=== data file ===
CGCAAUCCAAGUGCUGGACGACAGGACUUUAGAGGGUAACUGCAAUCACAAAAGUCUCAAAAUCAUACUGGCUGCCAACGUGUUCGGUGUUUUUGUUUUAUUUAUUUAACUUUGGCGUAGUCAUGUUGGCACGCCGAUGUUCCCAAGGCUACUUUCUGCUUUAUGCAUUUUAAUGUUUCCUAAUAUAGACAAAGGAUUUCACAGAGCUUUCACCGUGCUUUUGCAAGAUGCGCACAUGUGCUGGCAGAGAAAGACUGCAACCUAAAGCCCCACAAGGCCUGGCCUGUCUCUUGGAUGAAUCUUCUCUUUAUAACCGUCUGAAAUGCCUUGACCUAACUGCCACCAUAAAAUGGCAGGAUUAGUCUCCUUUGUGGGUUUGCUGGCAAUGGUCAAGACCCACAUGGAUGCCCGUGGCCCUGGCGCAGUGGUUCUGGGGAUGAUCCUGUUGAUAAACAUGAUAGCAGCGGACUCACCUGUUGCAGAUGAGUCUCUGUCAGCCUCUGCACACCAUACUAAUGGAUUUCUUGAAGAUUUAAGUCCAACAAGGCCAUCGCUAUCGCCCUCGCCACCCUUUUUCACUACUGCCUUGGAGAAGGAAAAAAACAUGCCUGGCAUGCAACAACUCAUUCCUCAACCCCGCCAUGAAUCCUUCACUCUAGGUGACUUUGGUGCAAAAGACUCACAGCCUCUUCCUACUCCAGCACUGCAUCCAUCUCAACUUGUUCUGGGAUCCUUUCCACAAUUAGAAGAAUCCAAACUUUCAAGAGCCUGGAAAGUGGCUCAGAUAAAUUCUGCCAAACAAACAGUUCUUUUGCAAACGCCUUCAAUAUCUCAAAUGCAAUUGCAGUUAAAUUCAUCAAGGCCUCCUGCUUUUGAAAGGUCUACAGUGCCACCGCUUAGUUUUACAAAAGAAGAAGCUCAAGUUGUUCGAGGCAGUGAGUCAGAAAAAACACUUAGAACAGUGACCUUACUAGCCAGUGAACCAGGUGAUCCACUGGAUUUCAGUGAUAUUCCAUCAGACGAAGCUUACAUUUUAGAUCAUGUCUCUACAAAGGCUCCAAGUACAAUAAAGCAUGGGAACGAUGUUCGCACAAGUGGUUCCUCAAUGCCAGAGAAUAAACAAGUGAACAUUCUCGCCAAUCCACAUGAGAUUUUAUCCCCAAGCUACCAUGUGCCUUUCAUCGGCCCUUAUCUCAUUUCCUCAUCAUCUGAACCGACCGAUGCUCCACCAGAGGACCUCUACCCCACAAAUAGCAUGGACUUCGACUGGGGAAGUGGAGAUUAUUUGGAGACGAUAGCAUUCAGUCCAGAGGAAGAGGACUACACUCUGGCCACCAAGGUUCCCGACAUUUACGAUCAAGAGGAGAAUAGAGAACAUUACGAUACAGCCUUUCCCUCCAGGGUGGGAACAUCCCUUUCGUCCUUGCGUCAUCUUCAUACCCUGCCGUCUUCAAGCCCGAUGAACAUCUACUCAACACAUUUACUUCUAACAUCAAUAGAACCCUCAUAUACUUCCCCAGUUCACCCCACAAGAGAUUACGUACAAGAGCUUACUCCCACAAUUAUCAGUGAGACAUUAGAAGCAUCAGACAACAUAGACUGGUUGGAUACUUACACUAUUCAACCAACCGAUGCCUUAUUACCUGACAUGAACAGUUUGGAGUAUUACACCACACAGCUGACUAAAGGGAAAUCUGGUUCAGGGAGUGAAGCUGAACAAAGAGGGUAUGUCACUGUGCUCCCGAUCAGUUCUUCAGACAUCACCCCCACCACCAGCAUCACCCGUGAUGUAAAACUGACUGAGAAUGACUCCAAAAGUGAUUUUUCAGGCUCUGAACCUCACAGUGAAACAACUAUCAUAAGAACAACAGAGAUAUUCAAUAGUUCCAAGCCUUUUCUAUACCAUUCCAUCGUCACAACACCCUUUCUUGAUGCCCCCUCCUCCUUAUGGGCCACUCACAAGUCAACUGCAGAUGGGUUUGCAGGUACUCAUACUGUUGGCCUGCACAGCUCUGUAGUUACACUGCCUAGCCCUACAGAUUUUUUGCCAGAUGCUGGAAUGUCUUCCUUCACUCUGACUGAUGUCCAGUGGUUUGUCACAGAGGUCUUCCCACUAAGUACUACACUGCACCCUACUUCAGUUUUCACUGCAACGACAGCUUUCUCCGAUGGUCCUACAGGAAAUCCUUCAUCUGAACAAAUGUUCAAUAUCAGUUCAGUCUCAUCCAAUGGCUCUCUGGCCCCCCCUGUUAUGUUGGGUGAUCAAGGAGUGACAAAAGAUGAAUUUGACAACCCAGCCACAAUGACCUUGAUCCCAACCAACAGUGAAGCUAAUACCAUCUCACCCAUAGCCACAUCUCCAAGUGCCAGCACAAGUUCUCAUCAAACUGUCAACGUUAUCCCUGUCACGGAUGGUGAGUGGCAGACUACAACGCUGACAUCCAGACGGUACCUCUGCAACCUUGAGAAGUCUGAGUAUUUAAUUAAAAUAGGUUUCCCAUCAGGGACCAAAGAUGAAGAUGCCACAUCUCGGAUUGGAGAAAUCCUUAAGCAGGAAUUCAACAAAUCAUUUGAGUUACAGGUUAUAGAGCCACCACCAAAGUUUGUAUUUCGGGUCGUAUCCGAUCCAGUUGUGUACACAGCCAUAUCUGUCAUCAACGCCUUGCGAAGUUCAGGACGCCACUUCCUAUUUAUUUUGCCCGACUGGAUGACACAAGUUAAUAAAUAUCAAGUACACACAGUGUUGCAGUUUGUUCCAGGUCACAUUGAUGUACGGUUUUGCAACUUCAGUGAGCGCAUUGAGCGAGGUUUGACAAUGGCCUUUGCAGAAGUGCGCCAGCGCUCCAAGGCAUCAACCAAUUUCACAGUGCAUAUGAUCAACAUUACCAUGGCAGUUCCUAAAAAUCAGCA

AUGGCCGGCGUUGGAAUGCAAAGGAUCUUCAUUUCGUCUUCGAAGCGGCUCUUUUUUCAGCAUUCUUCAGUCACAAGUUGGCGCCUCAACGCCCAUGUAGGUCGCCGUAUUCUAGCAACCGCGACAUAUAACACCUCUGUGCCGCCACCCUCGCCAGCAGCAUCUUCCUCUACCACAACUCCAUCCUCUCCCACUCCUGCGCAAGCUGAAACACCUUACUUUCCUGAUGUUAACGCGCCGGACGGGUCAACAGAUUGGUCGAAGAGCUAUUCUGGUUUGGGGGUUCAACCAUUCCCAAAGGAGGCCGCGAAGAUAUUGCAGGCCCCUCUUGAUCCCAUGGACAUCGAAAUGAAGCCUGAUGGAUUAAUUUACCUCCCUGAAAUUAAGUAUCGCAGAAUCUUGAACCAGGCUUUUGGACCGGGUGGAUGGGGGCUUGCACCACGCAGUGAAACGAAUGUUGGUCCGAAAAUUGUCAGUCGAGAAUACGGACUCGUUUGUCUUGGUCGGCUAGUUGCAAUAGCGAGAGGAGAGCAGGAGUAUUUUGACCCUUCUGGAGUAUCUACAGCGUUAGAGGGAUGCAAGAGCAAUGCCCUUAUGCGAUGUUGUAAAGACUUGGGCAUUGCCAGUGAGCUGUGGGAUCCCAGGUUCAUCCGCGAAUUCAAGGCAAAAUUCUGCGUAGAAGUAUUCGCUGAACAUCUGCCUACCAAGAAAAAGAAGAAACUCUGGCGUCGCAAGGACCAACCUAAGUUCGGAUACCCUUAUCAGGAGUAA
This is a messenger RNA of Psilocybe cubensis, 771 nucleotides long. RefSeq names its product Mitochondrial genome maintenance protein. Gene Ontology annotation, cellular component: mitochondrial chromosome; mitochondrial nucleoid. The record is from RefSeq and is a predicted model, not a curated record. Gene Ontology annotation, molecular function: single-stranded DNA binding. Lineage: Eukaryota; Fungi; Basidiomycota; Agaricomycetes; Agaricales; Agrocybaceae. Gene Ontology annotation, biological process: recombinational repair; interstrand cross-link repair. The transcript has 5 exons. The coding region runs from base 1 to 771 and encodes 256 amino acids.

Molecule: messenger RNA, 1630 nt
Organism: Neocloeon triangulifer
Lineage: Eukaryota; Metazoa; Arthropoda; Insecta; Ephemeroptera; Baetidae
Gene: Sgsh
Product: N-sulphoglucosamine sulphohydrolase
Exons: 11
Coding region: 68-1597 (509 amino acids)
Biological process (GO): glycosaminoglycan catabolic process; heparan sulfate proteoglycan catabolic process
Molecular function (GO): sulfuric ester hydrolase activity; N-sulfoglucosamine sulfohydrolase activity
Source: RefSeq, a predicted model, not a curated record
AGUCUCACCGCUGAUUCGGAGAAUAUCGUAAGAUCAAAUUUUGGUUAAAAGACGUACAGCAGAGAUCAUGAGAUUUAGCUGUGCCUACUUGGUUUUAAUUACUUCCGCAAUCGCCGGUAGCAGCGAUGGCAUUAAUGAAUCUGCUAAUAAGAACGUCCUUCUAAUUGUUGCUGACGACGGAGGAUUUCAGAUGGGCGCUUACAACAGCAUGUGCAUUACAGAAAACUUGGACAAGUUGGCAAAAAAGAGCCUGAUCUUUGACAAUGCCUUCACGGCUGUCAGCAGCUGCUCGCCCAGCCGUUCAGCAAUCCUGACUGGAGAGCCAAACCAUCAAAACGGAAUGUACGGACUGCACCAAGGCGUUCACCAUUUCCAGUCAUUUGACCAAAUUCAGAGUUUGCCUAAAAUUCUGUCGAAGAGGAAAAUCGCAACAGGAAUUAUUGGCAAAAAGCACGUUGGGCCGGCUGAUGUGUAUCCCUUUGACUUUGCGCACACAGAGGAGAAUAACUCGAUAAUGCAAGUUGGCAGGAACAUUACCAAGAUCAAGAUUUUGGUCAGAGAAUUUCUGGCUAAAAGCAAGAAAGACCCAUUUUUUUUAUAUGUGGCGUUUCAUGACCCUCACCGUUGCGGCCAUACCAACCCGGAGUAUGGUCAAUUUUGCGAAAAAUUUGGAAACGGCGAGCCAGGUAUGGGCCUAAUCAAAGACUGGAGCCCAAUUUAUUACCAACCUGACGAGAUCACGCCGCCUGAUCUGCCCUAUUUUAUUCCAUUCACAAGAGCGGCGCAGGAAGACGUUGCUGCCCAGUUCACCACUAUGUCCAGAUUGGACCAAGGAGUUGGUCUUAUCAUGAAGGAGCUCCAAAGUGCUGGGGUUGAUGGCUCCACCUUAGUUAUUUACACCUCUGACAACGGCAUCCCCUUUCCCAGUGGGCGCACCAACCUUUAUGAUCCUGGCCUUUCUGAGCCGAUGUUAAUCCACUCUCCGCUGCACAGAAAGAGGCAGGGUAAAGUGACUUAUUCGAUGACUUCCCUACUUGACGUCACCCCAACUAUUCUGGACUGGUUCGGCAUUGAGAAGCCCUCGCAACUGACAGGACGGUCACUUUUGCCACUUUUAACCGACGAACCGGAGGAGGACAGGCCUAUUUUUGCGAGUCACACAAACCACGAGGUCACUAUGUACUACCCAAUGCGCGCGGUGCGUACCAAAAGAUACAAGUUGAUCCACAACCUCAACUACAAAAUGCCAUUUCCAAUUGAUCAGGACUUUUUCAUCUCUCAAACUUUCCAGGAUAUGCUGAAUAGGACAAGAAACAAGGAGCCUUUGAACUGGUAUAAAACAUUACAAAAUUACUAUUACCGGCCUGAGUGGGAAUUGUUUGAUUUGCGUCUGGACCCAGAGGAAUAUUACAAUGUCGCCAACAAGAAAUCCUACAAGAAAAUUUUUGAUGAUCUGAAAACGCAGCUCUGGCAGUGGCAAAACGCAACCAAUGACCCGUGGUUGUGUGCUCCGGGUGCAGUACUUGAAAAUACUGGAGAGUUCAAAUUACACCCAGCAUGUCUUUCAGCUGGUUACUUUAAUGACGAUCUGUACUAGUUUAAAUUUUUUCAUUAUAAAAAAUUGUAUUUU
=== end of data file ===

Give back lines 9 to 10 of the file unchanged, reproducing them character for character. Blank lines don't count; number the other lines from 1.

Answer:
Exons: 11
Coding region: 68-1597 (509 amino acids)